Skip to main content Accessibility help
×
Home
Hostname: page-component-684899dbb8-x64cq Total loading time: 0.258 Render date: 2022-05-21T09:28:58.972Z Has data issue: true Feature Flags: { "shouldUseShareProductTool": true, "shouldUseHypothesis": true, "isUnsiloEnabled": true, "useRatesEcommerce": false, "useNewApi": true }

Article contents

Australian law in Antarctica

Published online by Cambridge University Press:  27 October 2009

Stuart Kaye
Affiliation:
Faculty of Law, University of Sydney, 173–175 Phillip Street, Sydney, NSW 2000, Australia
Donald R. Rothwell
Affiliation:
Faculty of Law, University of Sydney, 173–175 Phillip Street, Sydney, NSW 2000, Australia

Abstract

This article examines the content and ramifications of an Australian Parliamentary Committee's Report into the application of Australian law in the Australian Antarctic Territory (AAT). The Report's main findings suggest that Australian law should be more vigorously applied in Antarctica, and that current practices with regard to the operation and enforcement of Australian law are perceived as damaging to Australian sovereignty. This is particularly the case in the context of the virtual non-application of law to all foreign nationals within the AAT, to an extent far beyond the categories of persons exempted by Article VIII of the Antarctic Treaty. The article also discusses the possible ramifications and difficulties of giving effect to the Report's findings. Particular stress is placed upon the impact of asserting a 200-nautical-mile fishing or exclusive economic zone in the waters off the AAT, as well as the logistic difficulties that may become apparent if Australian sovereignty is more actively asserted. In this context, brief consideration is given to the Report's recommendations relating to the Antarctic environment and tourism within the AAT.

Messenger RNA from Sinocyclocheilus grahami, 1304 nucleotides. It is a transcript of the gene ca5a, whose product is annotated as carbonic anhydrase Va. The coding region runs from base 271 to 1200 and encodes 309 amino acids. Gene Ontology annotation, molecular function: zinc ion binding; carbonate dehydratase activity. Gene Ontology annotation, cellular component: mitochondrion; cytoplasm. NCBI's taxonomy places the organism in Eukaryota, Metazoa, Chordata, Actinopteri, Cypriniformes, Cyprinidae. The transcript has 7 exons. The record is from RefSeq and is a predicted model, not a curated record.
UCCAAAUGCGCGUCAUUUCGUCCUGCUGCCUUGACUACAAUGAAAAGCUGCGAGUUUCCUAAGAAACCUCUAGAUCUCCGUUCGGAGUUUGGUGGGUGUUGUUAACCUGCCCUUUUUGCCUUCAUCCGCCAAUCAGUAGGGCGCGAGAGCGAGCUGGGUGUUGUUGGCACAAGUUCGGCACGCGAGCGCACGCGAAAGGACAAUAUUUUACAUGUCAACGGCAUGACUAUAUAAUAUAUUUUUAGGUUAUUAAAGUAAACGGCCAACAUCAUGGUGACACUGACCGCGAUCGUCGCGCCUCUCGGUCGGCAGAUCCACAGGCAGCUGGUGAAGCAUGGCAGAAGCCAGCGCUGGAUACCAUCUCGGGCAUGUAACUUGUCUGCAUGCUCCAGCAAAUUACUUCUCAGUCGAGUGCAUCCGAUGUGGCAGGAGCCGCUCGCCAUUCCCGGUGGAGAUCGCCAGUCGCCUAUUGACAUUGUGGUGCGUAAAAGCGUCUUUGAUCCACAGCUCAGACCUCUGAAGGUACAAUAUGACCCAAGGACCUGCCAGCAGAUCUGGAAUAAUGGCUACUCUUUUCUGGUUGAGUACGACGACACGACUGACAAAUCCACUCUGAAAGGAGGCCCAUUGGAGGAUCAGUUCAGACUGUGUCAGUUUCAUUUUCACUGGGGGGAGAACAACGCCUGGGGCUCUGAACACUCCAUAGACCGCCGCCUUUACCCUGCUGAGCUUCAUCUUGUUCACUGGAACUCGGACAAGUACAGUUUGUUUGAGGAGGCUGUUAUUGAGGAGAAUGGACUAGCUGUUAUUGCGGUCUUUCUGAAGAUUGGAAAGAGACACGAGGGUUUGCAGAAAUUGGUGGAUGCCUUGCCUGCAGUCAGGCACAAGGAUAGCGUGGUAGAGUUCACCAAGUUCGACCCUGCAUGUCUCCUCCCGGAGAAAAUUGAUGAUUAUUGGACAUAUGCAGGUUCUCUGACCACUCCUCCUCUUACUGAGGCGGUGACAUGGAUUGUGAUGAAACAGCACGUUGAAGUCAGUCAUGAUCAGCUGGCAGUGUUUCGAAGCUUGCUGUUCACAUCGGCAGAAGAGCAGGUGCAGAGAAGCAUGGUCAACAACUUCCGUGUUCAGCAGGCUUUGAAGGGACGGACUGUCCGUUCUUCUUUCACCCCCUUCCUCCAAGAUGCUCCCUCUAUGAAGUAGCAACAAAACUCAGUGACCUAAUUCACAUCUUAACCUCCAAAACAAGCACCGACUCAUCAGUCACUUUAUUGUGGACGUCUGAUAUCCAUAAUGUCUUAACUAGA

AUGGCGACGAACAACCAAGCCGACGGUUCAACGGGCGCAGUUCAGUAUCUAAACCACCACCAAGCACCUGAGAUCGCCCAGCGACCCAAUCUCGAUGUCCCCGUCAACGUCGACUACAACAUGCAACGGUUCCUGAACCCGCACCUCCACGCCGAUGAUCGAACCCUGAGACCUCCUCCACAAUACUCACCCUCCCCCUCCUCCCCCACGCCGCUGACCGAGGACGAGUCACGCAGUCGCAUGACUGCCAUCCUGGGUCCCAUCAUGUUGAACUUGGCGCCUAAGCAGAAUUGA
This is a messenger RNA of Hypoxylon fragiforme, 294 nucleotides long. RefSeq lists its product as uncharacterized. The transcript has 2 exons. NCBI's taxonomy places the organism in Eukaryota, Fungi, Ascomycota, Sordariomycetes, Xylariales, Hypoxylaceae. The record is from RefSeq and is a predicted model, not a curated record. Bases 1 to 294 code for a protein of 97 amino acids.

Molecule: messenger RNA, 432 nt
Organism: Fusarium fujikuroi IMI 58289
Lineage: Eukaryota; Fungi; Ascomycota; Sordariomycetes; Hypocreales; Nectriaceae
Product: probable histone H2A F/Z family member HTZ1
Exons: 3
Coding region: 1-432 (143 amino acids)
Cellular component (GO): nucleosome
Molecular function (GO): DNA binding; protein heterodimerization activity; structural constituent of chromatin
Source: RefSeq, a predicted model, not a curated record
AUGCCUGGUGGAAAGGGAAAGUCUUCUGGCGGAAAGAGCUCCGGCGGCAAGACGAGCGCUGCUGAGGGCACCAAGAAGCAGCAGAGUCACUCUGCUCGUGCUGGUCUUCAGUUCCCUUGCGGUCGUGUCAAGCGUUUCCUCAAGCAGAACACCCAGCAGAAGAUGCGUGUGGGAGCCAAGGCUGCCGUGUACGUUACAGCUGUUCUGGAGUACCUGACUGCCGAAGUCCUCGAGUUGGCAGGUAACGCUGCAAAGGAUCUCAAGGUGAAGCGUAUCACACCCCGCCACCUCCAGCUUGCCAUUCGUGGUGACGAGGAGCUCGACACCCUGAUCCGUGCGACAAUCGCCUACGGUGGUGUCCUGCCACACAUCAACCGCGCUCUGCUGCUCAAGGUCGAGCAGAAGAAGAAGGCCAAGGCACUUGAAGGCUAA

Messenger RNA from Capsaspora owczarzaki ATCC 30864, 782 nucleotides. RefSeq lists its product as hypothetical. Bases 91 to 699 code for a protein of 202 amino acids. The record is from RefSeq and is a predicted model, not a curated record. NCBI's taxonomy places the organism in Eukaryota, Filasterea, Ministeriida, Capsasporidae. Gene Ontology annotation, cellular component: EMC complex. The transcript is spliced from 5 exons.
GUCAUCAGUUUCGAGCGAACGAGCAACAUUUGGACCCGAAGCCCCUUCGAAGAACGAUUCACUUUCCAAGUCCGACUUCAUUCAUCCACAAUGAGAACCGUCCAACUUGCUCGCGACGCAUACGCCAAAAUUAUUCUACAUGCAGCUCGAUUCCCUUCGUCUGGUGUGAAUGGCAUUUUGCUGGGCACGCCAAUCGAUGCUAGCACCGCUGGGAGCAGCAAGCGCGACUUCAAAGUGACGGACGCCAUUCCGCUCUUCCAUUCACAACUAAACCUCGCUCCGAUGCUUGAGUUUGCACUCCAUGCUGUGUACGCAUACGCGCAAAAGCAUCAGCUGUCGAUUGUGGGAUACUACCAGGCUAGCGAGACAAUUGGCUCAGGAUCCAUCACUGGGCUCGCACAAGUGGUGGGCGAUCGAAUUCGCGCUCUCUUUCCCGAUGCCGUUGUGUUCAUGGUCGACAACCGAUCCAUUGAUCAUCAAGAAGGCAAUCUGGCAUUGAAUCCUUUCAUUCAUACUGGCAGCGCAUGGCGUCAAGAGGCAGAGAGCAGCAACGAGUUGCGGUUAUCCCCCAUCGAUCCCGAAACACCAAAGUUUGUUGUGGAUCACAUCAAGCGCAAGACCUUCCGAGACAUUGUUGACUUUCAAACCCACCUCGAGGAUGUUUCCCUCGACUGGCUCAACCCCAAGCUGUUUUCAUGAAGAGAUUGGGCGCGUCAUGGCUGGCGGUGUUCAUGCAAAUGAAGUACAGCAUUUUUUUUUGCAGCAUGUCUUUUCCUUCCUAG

Type
Articles
Copyright
Copyright © Cambridge University Press 1993

Access options

Get access to the full version of this content by using one of the access options below. (Log in options will check for institutional or personal access. Content may require purchase if you do not have access.)

References

Australia. 1978. Australia, Antarctica and the law of the sea. Report of the Joint Committee on Foreign Affairs and Defence. Canberra: Government of Australia.Google Scholar
Australia. 1980. Initial report to government. Report of the Antarctic Research Policy and Advisory Committee. Canberra: Government of Australia.Google Scholar
Australia. 1985. The natural resources of the Australian Antarctic Territory. Report of the Senate Standing Committee on National Resources. Canberra: Government of Australia.Google Scholar
Australia. 1989. Tourism in Antarctica. Report of the House of Representatives Standing Committee on Environment, Recreation and the Arts. Canberra: Government of Australia.Google Scholar
Australia. 1991. Islands in the sun. Report of the House of Representatives Standing Committee on Legal and Constitutional Affairs. Canberra: Government of Australia.Google Scholar